Lesson 5: Be wonder-filled
By way of concluding, allow me to offer one last lesson, in some ways the most important of all. It comes from a conversation I had with my Doctorvater at Michigan, Stephen Tonsor. It was Professor Tonsor’s habit to invite students to his house for lunch after his late-morning class. These 20-minute walks were a great opportunity to talk to an exceptionally learned man.
I asked Professor Tonsor what the most important quality of scholarship was. Without hesitating he said, “Imagination.” The ability to see what is real but invisible; to link what others have not connected; to formulate the thought that has not yet been articulated – that’s imagination. It was Sir Isaac Newton’s capacity to perceive that the force which kept the moon in orbit around the earth was the same as that which made an apple fall from a tree. It was Benjamin Franklin’s curiosity to test whether the static electricity of parlor games was the same force as the terrifying lightning of thunderstorms. Putting great imagination to work moves the species forward.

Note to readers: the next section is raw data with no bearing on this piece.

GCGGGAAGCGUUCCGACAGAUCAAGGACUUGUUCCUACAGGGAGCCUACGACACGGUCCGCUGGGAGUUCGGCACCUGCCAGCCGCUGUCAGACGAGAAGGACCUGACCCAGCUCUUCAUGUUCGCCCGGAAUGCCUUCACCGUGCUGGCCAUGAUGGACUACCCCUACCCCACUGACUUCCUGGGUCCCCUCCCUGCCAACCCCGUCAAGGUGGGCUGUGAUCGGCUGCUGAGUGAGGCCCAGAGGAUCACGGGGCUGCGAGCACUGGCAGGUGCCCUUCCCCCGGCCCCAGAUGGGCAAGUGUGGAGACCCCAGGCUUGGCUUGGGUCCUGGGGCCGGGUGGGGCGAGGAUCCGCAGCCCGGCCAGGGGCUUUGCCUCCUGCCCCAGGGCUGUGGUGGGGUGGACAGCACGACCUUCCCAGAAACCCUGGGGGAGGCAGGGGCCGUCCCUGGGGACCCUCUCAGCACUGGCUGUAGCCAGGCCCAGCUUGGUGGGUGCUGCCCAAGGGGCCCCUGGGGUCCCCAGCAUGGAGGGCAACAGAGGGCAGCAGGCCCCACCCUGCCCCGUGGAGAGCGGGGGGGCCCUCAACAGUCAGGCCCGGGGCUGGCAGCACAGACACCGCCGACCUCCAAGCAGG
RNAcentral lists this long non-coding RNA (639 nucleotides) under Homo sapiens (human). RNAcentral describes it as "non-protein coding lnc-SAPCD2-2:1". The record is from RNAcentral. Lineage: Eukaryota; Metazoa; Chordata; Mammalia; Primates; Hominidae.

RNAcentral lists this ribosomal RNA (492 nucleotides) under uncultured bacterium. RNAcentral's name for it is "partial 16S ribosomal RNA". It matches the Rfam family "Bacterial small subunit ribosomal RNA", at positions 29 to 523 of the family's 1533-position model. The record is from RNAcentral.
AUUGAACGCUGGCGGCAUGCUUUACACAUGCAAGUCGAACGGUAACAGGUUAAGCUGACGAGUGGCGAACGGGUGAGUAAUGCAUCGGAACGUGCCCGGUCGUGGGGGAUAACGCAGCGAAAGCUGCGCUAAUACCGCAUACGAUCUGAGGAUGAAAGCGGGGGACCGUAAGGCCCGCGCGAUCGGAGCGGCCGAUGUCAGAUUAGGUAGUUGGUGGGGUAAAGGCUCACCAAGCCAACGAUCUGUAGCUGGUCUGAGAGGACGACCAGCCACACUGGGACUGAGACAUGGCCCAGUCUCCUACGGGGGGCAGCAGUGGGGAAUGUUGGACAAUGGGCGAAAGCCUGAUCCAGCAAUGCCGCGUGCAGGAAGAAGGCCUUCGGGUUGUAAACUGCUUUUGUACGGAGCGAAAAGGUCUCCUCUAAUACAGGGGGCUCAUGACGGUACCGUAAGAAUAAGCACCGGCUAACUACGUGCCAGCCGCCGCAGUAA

To this day I recall that conversation. It has been a North Star during the course of my career. Imagination is the indispensable ingredient to good historical research, writing, and teaching. I urge you: No matter how tired you get, no matter how distracted you become by the tyranny of details, cultivate the capacity to imagine. Let yourself be filled with wonder. It will be a source of delight and remind you of why you became a historian in the first place.
Mountain tops, by their nature, are places of wonder. When I moved to Ann Arbor to go to grad school, I obviously did not climb Mt. Elbert as frequently as before. I didn't get the "Rocky Mountain high" I was used to. But I discovered a different place of wonder, Mount Parnassus,* that soon towered over my imagination.
The mountaineer who used to climb Mount Elbert in the '70s discovered the rewards of ascending a greater summit still, Mount Parnassus, in the '80s. To this day, I say the view from that height can't be beat.